The traditional solder mask process is in danger. Digital inkjet processing has reached the point where it has become a viable option in the PCB manufacturing industry. Equipment for such an application has been around for a number of years with emphasis placed on printing legend or nomenclature on panels. However, the application of solder mask with the same type of equipment has shown real promise recently. New equipment such as the Camtek Gryphon, and processes are in the early stages of proving themselves as a viable alternative to the typical methods in use today. Equipment is now available that can support design issues related to:
- Multiple colors and finishes on a single panel
- Selective applications
- Inclusion of legend printing once the solder mask application has been completed
The implementation of this technology as part of the manufacturing process will bring with it a dramatic change to production capabilities and design specifications. The limitations surrounding registration of fine pitch relief, solder dams and BGAs will certainly be diminished. Current designs must take into consideration the inability of standard processing to consistently meet the decreasing space between copper features on the board. With the advent of using digital information instead of the traditional tooling, smaller and tighter registration may be accomplished on a consistent basis. A digital layout for the mask application would mean that areas that are meant to be free of coverage are never coated with ink. Using the typical expose and develop process the entire panel is coated and then the areas to remain covered are exposed to an ultraviolet source. The panels are then sent through a developing solution that should remove any unexposed ink. Removing the ink left behind in high aspect ratio via holes is very difficult if not impossible. Solder mask dams and tangent relief of pads is solely dependent on the accuracy of the current tooling systems. With a digital map of where the ink needs to be placed on the panel in direct relation to etched features the registration is not dependent on tolerance-limited tooling.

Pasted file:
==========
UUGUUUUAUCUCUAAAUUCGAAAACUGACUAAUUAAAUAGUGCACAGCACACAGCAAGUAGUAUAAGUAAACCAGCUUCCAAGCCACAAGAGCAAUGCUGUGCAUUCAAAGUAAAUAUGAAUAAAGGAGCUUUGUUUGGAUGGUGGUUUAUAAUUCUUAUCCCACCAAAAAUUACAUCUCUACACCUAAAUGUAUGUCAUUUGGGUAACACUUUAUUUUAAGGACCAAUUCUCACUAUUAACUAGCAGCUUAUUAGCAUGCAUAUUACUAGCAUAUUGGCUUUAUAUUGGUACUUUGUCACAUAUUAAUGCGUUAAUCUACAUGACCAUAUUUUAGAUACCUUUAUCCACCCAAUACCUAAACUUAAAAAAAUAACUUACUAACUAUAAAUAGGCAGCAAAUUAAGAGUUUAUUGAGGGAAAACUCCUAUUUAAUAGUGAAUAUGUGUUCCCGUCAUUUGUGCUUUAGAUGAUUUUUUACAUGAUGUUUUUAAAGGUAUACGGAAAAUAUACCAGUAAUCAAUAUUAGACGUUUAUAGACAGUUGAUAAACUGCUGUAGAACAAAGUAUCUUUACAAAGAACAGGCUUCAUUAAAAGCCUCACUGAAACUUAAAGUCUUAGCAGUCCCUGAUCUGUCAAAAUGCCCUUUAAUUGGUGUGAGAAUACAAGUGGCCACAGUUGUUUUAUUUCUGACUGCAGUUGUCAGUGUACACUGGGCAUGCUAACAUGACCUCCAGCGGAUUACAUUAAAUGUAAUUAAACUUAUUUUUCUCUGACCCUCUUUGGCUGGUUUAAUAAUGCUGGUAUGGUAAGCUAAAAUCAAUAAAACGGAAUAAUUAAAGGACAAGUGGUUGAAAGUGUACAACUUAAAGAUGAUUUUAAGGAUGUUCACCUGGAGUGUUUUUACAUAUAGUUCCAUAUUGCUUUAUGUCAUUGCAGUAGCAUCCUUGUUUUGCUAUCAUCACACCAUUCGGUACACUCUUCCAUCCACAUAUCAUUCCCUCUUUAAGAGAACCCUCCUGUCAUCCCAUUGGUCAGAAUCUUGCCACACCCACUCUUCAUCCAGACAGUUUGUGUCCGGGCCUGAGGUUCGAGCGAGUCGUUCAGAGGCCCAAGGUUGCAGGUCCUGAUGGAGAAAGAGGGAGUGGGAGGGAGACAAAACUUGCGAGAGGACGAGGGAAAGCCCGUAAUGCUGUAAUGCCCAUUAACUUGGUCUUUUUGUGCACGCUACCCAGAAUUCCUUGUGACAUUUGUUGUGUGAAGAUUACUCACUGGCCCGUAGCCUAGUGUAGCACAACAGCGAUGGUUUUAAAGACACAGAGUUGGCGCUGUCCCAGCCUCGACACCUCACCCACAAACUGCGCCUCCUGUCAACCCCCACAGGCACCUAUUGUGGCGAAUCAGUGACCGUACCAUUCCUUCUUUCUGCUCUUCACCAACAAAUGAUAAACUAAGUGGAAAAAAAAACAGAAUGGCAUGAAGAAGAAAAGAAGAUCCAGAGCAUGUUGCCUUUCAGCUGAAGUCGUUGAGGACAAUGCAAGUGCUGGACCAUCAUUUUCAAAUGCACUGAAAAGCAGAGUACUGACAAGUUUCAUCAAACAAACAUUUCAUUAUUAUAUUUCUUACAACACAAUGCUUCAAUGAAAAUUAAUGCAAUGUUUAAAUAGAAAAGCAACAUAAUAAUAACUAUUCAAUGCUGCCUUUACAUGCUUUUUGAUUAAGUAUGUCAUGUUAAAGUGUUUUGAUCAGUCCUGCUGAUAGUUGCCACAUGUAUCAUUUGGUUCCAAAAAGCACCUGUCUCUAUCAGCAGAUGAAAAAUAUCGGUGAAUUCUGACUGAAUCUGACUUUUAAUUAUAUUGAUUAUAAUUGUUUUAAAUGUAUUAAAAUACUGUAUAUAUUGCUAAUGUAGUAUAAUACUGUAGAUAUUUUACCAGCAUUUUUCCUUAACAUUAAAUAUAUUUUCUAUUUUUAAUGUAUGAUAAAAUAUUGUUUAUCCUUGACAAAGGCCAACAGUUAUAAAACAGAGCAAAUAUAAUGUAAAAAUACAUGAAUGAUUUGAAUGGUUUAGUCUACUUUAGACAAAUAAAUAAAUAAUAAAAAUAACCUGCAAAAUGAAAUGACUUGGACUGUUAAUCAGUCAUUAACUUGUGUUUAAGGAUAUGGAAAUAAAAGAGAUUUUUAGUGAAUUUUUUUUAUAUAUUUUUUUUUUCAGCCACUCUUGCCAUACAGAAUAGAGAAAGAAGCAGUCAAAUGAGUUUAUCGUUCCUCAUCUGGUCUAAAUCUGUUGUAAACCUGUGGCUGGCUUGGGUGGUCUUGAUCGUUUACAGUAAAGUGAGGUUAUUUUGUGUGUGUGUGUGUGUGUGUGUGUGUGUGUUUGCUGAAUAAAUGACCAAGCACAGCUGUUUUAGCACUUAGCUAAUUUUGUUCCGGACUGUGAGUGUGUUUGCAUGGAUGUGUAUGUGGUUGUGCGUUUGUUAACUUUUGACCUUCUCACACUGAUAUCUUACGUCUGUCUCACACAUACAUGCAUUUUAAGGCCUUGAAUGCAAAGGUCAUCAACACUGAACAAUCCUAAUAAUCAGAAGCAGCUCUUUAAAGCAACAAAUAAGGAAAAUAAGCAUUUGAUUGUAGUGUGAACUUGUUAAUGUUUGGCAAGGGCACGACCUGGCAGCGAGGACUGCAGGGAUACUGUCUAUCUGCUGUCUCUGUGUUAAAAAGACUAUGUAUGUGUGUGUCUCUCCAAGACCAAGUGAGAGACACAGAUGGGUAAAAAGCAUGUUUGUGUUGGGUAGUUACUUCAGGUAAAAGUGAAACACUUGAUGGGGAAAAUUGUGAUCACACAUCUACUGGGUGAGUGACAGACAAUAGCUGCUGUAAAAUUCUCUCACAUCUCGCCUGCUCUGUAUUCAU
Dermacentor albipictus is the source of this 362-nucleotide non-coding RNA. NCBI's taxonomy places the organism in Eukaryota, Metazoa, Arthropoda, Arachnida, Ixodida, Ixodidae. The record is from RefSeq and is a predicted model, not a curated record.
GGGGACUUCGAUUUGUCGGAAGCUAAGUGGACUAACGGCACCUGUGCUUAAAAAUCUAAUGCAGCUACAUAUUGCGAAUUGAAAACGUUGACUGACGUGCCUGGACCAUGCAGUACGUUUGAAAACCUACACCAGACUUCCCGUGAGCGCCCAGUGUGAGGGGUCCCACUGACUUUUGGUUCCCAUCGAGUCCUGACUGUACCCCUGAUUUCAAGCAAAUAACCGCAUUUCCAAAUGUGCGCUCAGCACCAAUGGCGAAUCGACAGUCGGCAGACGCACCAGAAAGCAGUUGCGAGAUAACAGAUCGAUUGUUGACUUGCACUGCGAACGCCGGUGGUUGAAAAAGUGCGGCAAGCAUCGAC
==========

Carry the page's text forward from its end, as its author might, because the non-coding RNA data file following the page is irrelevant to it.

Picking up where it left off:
The potential benefits of a digital solder mask printing system for PCB assemblers, design engineers, and PCB manufacturers include;
- Significant savings in material usage;
- Higher resolution and registration accuracy;
- Equipment costs savings;
- Thinner and stronger solder dams;
- No solder mask residues inside holes;
- Selective thickness:
- Thicker on conductors,
- Thinner on laminate areas;
- Labor cost savings;
- Photo-tools cost savings;
- Lower chemical waste and waste treatment costs;
- Resistant solder mask materials with inherent flame retardant capability;
- Good adhesion of the ink to the substrate.
As an aside there can be environmental and cost savings for the PCB manufacturer with the changeover to an inkjet process for mask application. The basic 4 step process of flooding the panel with ink, exposing, developing and curing it is reduced to a 2 step process involving just application and cure; an obvious reduction in handling, chemistry, equipment costs, photo-tool creation & maintenance in addition to reduced rejects, returns and rework.
As seen in the image below, the steps to process a panel are dramatically less.
The design engineer no longer needs to worry about tolerances of solder mask for those tight jobs. The bottom line is that digital 3D inkjet processing of solder mask is a benefit to the design engineer, the PCB manufacturer, the PCB assembler and the overall quality of the final product.
Are you a design engineer or PCB assembler? We would love to hear your thoughts on how this technology changes the game when it comes to PCB design.